One of Joe’s most appealing traits was his self-deprecating humor.  While playing for the 1952 Pirates—one of the worst teams in baseball history with a record of 42-112, GM Branch Rickey called Garagiola into his office.  “We’re turning the corner here,” assured Rickey.  “We’re coming out of the wilderness.  And you, my boy, figure in my plans.”  Three days later, Garagiola was traded.  Of his limited skills, Garagiola quipped, “When I was coming up, a scout reported that my speed was deceptive.  He said I was slower than I looked.”  Garagiola observed, “I went through baseball as the player to be named later.”  A good defensive catcher who hit 42 career home runs, Garagiola assessed his playing days.  “Being traded four times when there were only eight teams in the league tells you something.  I thought I was modeling uniforms for the National League.”  His nine years playing baseball were non-descript.  His 57 years in broadcasting landed him in the Hall of Fame, where he received the Ford C. Frick Award in 1991 for excellence in broadcasting.  Born on Lincoln’s birthday, Mr. Garagiola met three sitting U.S. presidents and a Pope.  More impressively, he knew Yogi.  “Not only was I not the best catcher in the major leagues,” recalled Garagiola, “I wasn’t even the best catcher on Elizabeth Street.”  When Garagiola asked his boyhood friend why he no longer went to Rigazzi’s, an Italian restaurant on the Hill, Berra replied, “Nobody goes there anymore.  It’s too crowded.”  While preparing to visit Berra at his new home in Montclair, New Jersey, Garagiola asked for directions.  “When you come to a fork in the road, take it,” explained Yogi.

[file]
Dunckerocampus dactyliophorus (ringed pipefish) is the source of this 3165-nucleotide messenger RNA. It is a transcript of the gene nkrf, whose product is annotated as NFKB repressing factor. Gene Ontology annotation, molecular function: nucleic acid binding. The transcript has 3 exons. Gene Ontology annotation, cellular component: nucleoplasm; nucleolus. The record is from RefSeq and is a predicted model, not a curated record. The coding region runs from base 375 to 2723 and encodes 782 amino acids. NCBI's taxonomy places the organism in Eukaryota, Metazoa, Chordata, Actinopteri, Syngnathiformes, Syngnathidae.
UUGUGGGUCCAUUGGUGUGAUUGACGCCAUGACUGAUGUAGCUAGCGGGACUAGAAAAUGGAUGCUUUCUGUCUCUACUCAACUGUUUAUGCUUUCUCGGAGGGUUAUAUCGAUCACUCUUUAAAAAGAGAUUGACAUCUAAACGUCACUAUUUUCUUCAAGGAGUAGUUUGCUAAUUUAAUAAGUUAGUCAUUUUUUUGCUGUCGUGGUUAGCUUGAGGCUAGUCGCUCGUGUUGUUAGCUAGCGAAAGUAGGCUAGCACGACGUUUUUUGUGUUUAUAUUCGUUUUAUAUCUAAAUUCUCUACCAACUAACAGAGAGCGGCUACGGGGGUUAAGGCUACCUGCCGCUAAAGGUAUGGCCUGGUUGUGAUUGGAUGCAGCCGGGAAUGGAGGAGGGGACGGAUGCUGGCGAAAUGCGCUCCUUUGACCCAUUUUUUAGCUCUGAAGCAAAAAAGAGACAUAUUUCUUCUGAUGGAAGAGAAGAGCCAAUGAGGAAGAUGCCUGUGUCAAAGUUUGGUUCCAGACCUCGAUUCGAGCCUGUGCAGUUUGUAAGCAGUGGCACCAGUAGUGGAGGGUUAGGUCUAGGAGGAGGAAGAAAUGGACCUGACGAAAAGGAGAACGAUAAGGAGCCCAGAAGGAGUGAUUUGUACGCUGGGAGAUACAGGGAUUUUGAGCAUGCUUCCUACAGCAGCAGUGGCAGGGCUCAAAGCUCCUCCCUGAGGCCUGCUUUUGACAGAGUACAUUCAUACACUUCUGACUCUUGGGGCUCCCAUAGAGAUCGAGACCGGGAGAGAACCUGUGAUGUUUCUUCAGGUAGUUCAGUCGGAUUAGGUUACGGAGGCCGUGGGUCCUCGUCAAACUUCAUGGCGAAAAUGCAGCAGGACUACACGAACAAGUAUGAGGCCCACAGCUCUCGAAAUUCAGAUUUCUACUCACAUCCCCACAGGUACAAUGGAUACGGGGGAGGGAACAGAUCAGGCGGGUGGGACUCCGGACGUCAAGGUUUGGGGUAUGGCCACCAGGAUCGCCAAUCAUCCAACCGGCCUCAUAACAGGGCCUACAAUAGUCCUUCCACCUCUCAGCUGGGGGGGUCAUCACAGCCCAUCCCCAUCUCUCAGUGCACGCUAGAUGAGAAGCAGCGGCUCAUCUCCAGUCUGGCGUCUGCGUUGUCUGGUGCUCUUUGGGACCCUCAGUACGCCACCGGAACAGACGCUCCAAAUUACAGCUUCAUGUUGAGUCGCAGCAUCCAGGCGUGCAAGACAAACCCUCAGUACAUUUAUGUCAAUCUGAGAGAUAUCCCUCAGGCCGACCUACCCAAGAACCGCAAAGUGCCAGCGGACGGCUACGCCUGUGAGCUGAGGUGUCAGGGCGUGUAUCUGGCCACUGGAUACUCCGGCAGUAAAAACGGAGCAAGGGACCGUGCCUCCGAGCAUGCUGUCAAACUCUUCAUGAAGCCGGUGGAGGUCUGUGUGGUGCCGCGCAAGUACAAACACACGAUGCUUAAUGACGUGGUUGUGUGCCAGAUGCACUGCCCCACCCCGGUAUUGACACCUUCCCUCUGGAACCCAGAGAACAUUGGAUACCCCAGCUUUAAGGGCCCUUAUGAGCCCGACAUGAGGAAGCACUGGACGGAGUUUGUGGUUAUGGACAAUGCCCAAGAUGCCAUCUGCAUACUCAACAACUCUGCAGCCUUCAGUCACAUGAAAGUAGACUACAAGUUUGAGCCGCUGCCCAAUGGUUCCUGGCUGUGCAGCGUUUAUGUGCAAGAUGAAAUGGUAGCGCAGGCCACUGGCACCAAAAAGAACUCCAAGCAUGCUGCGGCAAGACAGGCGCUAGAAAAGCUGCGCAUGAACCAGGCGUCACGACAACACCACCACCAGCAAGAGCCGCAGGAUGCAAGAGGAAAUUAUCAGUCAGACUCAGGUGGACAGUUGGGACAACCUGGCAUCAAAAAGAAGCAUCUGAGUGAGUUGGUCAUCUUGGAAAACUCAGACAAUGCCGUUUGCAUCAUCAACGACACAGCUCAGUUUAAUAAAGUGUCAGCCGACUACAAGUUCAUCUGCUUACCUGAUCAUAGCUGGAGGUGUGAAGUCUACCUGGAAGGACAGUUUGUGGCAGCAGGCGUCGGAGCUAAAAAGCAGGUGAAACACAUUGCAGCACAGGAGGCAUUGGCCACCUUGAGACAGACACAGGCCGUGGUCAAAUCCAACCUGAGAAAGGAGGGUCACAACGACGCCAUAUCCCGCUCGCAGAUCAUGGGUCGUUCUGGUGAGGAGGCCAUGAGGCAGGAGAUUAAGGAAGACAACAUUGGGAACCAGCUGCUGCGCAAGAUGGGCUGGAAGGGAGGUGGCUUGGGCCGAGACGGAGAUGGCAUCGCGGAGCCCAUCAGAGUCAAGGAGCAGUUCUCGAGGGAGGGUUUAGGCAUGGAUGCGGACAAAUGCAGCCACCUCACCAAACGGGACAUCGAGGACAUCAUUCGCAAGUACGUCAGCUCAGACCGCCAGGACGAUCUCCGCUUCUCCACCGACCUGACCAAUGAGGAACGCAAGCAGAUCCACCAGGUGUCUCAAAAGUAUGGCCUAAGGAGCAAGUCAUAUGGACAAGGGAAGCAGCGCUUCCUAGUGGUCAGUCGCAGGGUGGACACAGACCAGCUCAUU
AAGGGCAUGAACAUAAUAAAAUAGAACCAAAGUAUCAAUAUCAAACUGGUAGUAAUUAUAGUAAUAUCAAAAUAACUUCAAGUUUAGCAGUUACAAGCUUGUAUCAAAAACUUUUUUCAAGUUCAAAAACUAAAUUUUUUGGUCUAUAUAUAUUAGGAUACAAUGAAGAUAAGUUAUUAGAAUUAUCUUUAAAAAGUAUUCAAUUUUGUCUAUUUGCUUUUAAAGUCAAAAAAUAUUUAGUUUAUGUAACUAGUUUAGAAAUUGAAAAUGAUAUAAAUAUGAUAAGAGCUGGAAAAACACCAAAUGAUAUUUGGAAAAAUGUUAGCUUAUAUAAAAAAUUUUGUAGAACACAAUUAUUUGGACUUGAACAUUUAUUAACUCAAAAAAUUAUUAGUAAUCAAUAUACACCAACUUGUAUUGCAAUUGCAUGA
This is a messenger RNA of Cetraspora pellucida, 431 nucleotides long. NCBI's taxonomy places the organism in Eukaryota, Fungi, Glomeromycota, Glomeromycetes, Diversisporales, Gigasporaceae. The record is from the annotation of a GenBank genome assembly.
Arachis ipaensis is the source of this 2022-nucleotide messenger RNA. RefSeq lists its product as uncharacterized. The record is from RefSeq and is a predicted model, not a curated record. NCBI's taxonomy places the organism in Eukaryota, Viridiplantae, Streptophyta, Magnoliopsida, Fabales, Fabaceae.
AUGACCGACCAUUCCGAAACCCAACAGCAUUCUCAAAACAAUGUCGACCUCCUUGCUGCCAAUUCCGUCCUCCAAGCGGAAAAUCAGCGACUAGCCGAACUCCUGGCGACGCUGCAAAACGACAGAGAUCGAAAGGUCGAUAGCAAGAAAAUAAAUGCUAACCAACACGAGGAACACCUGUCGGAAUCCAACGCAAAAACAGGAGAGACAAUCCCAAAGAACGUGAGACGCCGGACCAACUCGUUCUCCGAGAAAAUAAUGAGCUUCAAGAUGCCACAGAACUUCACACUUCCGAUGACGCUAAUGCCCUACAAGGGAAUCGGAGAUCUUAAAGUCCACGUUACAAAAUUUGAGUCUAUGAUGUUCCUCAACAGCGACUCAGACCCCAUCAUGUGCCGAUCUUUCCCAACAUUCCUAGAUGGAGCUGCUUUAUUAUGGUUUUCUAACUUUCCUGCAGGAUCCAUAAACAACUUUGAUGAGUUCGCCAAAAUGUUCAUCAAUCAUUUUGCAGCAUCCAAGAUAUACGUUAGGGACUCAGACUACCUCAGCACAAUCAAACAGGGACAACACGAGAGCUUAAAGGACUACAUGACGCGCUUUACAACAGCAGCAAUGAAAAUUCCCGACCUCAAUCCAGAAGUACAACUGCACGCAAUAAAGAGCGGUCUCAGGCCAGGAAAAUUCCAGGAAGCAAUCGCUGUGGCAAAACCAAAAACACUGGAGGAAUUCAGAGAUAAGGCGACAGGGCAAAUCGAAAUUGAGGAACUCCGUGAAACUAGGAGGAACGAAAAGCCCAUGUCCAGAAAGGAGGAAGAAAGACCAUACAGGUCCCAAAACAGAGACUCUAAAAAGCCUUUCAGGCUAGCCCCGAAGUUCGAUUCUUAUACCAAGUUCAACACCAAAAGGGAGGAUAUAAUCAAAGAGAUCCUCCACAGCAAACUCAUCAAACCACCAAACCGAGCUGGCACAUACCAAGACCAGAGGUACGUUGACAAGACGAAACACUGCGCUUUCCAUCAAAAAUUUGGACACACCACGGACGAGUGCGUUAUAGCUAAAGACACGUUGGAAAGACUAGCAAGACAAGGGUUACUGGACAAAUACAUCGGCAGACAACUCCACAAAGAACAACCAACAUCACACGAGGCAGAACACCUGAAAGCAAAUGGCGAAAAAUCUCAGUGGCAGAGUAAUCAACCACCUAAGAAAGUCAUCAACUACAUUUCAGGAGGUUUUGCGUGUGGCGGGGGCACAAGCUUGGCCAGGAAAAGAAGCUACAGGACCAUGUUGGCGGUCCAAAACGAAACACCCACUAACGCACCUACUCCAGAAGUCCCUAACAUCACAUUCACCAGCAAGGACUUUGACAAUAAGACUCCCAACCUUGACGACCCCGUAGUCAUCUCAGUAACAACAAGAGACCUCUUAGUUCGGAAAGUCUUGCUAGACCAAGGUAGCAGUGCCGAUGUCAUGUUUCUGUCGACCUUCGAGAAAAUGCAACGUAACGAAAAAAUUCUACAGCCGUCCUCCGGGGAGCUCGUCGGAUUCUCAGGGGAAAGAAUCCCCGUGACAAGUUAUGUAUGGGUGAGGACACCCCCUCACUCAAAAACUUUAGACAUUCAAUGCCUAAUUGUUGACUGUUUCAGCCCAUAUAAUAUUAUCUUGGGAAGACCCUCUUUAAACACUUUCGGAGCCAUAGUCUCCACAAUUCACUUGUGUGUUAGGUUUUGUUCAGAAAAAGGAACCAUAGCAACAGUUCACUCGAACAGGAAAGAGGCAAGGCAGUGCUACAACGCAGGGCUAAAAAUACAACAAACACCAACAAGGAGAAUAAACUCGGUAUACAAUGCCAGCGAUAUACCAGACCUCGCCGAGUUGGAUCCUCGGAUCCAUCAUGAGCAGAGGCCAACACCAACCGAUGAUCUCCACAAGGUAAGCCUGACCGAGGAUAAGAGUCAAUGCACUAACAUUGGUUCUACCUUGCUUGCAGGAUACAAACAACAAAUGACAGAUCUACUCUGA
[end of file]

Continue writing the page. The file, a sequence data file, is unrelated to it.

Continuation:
Joe Garagiola led a rich, full life and was one of baseball’s most enduring personalities.  An folksy humorist, he was entertaining and engaging.  He called Arizona Diamondbacks games for the better part of two decades, and team President Derrick Hall said he was, “One of the biggest personalities this game has ever seen.”  Garagiola worked three World Series, three National League Championship Series, and three All-Star Games.  He shared the booth with Vin Scully [Daily Dose, 11/27/15], Dick Enberg [Daily Dose, 5/11/16] and Curt Gowdy [Daily Dose, 7/31/15].  Mr. Garagiola was an energetic crusader.  He helped found the Baseball Assistance Team, an organization that helps retired players in need, and campaigned forcefully against smokeless tobacco.  He cared deeply about his work.  “I want the broadcast to sound like two guys sitting at the ballpark, talking about the game, with the viewer eavesdropping.  It’s not High Mass, and it’s not a seminar,” said Joe. “It’s a ballgame.”

Joe Garagiola retired from broadcasting in 2013.  He died March 23, 2016 at age 90, exactly six months after the passing of his boyhood pal, Yogi Berra.

“At the apex of his career, the acclaim Joe Garagiola received was dreamlike.  No announcer, including John Madden in the 80s, was ever more popular.”- William Taffe